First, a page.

Eventually Boulanger abandons her and Emma returns to Leone. This time giving into their mutual passion. Her affair has an air of desperation. She soon exhausts her limited funds on trips to visit her lover and love gifts, knowing that her husband will soon discover her affair when their financial situation is revealed, Emma eventually overdoses on arsenic and dies miserably. Doesn't sound like a very fun story, but it was a great read. It's a tragedy that unravels itself slowly over time. Katie was that a satisfactory summary for you?

Katie: It's a tragedy that does unravel from the very start. At the opening of the novel, you know this poor man, Charles, will be headed for his own tragedy. What we don't know is how it's going to come about. And, of course, then Emma is introduced and we know that she will be the vehicle of his tragedy.

Frank: Peter did you sense the impending tragedy from the very beginning as Katie did?

Peter: I think so, there's dark overtones right from the beginning; mentions of death and things like that particularly on a rereading. This is a book that is easy to reread. It's a pleasure to reread so much as foreshadowed each step of the way. It's a very tightly knit novel.

Frank: Peter you mentioned that this was a good reread. Tell me a little bit about your reading history with this novel.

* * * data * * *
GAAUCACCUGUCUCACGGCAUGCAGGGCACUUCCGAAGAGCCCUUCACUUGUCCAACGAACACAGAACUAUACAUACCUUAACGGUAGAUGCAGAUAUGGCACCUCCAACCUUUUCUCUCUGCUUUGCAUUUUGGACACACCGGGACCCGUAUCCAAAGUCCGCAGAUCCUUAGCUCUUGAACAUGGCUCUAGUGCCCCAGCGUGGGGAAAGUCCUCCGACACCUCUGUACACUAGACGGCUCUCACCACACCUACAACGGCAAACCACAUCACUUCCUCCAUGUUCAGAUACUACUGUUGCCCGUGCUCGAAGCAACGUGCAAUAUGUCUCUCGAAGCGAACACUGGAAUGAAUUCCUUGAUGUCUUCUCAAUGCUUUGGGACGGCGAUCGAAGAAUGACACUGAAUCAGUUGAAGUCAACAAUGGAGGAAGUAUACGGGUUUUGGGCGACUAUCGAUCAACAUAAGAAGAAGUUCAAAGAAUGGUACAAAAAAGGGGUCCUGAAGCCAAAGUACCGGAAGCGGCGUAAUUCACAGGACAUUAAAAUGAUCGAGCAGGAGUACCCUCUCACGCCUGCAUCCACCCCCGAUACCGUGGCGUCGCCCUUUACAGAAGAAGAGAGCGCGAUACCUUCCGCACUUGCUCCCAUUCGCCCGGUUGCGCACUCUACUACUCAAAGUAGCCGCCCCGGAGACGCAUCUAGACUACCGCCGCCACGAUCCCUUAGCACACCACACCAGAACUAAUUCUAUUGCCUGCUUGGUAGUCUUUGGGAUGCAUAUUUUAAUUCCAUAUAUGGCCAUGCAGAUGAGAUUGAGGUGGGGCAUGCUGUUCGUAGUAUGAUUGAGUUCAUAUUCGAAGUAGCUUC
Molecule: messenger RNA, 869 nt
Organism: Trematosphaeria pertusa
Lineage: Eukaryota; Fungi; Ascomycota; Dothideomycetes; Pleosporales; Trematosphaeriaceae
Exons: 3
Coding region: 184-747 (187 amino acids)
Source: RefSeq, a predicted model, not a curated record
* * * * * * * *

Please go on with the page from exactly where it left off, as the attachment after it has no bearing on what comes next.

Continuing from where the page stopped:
Peter: I first read this, and that's not a fair statement to say, I read it when I was probably about 20 years old … didn't like it at all. Not at all.

Frank: Did you have to read it at 20?

Peter: Probably. And maybe that added to why I didn't like it as well. But I had just bad memories of it. The writing, particularly, I didn't think the plot held much. Then for this session, I reread it again and the plot came to me. I just enjoyed the plot more, and again, the writing you have to enjoy. It's just such an amazingly well-written novel. So, I first read it when I was 20. Now I'm fifty-nine. I'm looking forward to reading it 10 hopefully 20 years from now.

Frank: Great. Great. Katie, was this your first experience with the novel?

Katie: Well I have to confess. The first time I read it, what came across to me was the beauty of the language, which I still find amazing because we are reading a translation and you have to remember that I tend to forget it when I read Flaubert, of course I read it again before we actually discussed it and I found myself the second time more intrigued with the characters and finding myself walking with them maybe a little bit more closely than I did the first time.

Frank: So, you really had the same experiences as Peter did. It was the language and the beauty of it that caught you first but then certainly the story the plot and the characters hooked you.

Katie: Yes.

Peter: Yes.

Frank: Alright, great! I think with that we’ll start with a discussion on Charles Bovary. Of course, the title of the novel is Madam Bovary but it's really Charles who we meet first. This is where the actions starts. Katie, do you want to tell us a little bit about Charles?